In the earliest days, all love songs had to have a happy ending. Why? Because they were connected to fertility rituals, failure was not an option. You needed an exemplary coupling for the crops to crow and the kingdom to remain stable. But starting with the Egyptians, and continuing with the Greeks and Romans, the unhappy love lyric emerges as a major force in human song. The Romans provide a fascinating case study. They both recognized the importance of unhappy love, but also were deeply uneasy about it. The lover excluded at the door of the beloved was frequently angry or drunk, and the Romans often preferred to ridicule, rather than admire, these passionate fools.
Frankly, I believe that we inherited our modern-day shame and embarrassment over love songs from the Romans. Even today, people are embarrassed to admit that they listen to sentimental love songs. Most of our songs are about love, but music writers are generally reluctant to write directly about the most romantic songs—in fact, they almost always prefer to express their disdain for this music. As I show in my book, we got this attitude from the Romans. Like them, we are compelled to sing about love, but uneasy about admitting it.
++ Do you have a favorite long song or two?
When it comes to love songs, I am definitely old school. I will turn to Billie Holiday performing with Lester Young on “I Can’t Get Started,” or Ella Fitzgerald doing one of her songbook numbers, or Nat King Cole singing “Nature Boy.” I never tire of hearing Johnny Hartman singing with John Coltrane. But I also like a number of singers still with us in the current day, whether old-timers like Tony Bennett and Mark Murphy, or not-quite-so-old stars such as Cécile McLorin Salvant, Kurt Elling and Gregory Porter. And I should mention some talented singers who deserve to be much better known, such as Susana Raya, Sara Gazarek and Joanna Wallfisch. Wallfisch has a new album coming out in a few days called The Origin of Adjustable Things that I have been enjoying a lot.
++ My hunch is that part of the skepticism about/ resistance to the traditional celebratory love song is the sense that it is too easy — almost like painting a picture of a sunset or taking a photograph of a waterfall. That it’s been done, and that to write about love is sort of cheating, that it’s tennis without the next, since every digs love and the pleasures of the flesh.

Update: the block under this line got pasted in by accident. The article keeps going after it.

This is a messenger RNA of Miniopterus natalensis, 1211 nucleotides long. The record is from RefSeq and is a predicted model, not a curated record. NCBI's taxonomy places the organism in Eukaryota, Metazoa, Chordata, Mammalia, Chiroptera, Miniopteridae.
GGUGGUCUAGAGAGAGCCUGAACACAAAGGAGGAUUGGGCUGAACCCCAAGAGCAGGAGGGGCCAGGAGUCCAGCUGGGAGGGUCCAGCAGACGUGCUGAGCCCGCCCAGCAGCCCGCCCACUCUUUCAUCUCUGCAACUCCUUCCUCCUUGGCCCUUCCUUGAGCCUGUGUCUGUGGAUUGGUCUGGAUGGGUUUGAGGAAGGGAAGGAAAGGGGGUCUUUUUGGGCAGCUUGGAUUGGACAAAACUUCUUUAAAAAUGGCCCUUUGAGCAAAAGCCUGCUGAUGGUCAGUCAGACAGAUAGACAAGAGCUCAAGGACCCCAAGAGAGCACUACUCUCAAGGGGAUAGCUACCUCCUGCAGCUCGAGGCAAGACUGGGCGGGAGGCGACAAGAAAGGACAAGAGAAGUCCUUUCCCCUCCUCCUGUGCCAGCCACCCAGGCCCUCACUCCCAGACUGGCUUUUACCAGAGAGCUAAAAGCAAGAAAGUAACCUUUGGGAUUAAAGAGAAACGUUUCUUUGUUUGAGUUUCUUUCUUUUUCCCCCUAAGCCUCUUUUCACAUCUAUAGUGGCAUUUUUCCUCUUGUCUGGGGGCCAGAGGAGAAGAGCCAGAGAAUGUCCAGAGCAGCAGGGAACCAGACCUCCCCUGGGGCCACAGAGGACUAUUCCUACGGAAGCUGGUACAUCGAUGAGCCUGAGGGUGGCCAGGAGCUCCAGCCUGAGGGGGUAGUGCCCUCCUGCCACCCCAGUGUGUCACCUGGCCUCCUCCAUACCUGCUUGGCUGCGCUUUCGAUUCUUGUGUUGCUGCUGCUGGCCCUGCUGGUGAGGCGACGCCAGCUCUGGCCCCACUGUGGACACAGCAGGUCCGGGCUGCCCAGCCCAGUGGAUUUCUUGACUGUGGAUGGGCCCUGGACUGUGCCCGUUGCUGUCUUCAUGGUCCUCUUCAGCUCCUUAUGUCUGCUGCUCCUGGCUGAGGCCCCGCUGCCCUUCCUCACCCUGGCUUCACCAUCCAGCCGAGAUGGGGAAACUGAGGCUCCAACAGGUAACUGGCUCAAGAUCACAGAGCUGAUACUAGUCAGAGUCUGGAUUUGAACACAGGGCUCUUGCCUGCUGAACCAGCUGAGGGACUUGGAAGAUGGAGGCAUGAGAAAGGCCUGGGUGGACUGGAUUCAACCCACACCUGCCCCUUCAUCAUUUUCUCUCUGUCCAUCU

You see this, I think, as early as Billy Strayhorn and Cole Porter — the sense that the form needs to be inverted or ironized or something. (The fact that both these men were gay may tell us something, but I’m not sure what.) And we see a similar spirit, inflected differently, in people like Elvis Costello or Gang of Four, both influenced by punk, which was committed to political lyrics and social criticism. Feminists like Joni Mitchell and Liz Phair had their own take on this which may have some things in common.
So do you pick up the same strains as I do? And was it fair? Is it easy — has it ever been easy — to write a great love song?
I studied thousands of love songs while writing this book, and it is scary to see how many cliches and tired metaphors get recycled in this music. Most love songs simply string together empty phrases that are borrowed from earlier love songs. Yet every one of these hackneyed phrases started out as something fresh and new. It’s only after decades of repetition and imitation that they start to sound lazy and formulaic. Petrarch invented a new way of writing love lyrics in the 14th century, but 200 years later song writers were still imitating his attitudes. By that time they had become cold and hollow. But you can’t blame Petrarch — he was a visionary. John Gay created a musical revolution with The Beggar’s Opera, but over the next half-century more than one hundred imitation operas were staged, and his earthy way of dealing with love songs was now just one more tired formula. But you can’t blame John Gay — he was an innovator.
This is the endless cycle of the love song. Just when we think that the love song has reached a dead end, something new comes to bring it back to live. In the late 19th century, the cabarets of Germany and France reinvigorated the love song with spicy new ways of singing about romance. In the 1920s, the blues did the same thing in America. And then we arrive at the golden age of American songwriting in the 1930s, when Gershwin, Porter, Berlin and others reinvent the love song one more time. As did the Beatles and the Stones in the 1960s, and then the singer-songwriters of the 1970s, and the rappers of the 1980s. Every revolution finally comes to an end, but there is always a new one around the corner. So even if the love songs of the current day are starting to sound a little threadbare, I am optimistic about the future. At some point, a new visionary will arrive to teach us to sing about love in a fresh, new way.